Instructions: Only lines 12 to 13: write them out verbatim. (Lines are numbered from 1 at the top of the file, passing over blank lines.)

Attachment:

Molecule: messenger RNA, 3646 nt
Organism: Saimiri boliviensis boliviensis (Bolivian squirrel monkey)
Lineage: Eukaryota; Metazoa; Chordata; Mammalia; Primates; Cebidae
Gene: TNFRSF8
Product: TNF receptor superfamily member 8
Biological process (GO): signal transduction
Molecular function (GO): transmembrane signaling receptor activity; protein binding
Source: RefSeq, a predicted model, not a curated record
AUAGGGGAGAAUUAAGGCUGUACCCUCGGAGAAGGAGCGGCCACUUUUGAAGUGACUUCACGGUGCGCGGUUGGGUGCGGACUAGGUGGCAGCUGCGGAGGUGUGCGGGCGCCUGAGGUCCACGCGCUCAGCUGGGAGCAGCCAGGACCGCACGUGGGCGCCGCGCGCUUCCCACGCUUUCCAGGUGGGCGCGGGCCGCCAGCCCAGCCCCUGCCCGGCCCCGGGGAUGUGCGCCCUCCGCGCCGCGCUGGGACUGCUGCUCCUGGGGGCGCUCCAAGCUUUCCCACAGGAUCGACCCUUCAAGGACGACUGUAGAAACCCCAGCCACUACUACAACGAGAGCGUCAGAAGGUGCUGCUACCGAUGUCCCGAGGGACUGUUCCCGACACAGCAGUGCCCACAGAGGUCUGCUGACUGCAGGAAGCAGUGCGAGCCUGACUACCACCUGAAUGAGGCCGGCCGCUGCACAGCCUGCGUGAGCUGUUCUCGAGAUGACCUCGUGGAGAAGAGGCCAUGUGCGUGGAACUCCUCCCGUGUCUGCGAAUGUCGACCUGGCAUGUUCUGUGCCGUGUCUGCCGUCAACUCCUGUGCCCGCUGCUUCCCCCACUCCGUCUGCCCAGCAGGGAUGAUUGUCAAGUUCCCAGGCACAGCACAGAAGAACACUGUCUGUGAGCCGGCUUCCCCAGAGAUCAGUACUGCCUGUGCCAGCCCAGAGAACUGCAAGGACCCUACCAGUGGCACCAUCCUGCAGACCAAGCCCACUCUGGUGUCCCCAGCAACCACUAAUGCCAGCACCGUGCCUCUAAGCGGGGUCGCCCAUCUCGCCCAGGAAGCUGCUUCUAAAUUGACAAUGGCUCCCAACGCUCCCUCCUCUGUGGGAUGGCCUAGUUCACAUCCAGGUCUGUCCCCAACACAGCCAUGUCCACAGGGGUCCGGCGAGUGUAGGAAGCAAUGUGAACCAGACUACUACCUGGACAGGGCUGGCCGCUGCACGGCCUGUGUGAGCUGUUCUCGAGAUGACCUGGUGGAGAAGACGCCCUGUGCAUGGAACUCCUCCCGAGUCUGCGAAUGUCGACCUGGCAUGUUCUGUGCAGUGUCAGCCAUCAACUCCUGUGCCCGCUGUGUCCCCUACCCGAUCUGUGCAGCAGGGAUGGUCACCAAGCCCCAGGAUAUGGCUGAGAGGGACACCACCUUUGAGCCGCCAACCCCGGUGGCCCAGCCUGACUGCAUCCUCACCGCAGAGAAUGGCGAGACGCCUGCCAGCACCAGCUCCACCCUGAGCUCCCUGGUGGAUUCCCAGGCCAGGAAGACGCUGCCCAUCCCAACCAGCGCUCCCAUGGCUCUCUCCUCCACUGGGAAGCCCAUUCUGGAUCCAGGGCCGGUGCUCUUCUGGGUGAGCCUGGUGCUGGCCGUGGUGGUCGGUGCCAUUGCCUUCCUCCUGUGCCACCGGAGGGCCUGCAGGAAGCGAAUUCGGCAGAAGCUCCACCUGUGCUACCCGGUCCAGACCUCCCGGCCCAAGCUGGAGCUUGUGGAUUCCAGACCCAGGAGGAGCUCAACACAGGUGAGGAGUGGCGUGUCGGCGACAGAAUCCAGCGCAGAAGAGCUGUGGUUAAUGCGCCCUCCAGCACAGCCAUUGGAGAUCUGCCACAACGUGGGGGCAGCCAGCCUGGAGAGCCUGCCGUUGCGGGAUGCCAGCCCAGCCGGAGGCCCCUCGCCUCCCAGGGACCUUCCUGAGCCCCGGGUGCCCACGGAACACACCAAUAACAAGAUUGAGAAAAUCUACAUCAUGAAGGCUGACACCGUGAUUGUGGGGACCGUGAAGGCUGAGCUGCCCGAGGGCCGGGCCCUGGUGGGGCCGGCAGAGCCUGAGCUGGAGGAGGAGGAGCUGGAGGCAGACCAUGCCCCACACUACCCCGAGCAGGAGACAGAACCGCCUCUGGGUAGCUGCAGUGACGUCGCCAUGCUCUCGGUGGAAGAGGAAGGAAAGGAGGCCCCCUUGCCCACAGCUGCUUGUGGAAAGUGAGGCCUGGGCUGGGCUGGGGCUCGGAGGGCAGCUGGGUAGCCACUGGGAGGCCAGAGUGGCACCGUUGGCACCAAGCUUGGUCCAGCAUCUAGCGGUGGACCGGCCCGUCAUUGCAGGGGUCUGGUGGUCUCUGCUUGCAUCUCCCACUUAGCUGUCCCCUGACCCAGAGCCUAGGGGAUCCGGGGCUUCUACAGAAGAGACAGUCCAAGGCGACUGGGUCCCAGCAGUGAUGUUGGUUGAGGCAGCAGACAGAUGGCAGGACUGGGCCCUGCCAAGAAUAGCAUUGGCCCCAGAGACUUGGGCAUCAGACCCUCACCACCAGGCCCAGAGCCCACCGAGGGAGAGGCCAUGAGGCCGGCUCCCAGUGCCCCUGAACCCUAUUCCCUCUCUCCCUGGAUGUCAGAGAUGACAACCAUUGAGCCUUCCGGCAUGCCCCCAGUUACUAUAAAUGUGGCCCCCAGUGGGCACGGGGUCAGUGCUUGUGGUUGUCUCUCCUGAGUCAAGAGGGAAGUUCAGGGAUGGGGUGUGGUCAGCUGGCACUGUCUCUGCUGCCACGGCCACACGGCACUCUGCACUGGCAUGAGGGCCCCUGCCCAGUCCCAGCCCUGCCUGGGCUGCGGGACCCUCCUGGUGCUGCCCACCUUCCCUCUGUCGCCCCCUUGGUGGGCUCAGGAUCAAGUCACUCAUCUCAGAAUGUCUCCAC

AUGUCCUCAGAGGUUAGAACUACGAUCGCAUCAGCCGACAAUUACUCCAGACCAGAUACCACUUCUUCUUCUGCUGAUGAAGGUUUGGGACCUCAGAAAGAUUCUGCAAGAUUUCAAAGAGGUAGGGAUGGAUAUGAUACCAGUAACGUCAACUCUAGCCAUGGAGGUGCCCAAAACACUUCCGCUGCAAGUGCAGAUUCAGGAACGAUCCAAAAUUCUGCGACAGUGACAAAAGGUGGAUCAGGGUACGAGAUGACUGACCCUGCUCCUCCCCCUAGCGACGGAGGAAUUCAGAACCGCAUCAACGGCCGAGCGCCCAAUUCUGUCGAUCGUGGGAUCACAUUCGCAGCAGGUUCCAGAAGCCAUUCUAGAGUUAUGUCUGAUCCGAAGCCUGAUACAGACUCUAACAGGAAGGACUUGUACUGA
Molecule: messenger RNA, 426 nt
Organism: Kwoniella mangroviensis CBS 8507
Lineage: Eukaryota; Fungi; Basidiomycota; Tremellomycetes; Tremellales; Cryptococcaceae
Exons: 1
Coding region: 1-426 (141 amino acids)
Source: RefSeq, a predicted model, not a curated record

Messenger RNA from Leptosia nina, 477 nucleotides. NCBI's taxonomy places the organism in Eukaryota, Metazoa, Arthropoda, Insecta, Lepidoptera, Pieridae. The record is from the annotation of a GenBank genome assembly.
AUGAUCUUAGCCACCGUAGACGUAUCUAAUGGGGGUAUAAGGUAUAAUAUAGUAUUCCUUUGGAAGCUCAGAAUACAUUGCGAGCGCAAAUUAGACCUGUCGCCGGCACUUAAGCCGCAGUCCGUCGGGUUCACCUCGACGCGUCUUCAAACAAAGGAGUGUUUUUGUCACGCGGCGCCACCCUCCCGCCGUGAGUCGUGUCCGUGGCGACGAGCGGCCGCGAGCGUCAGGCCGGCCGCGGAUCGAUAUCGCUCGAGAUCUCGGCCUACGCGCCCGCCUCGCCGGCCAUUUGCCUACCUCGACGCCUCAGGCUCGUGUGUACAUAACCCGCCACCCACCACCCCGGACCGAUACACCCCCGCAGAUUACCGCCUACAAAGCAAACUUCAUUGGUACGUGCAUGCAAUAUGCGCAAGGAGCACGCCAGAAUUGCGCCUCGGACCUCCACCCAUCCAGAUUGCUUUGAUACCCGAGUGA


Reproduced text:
Organism: Kwoniella mangroviensis CBS 8507
Lineage: Eukaryota; Fungi; Basidiomycota; Tremellomycetes; Tremellales; Cryptococcaceae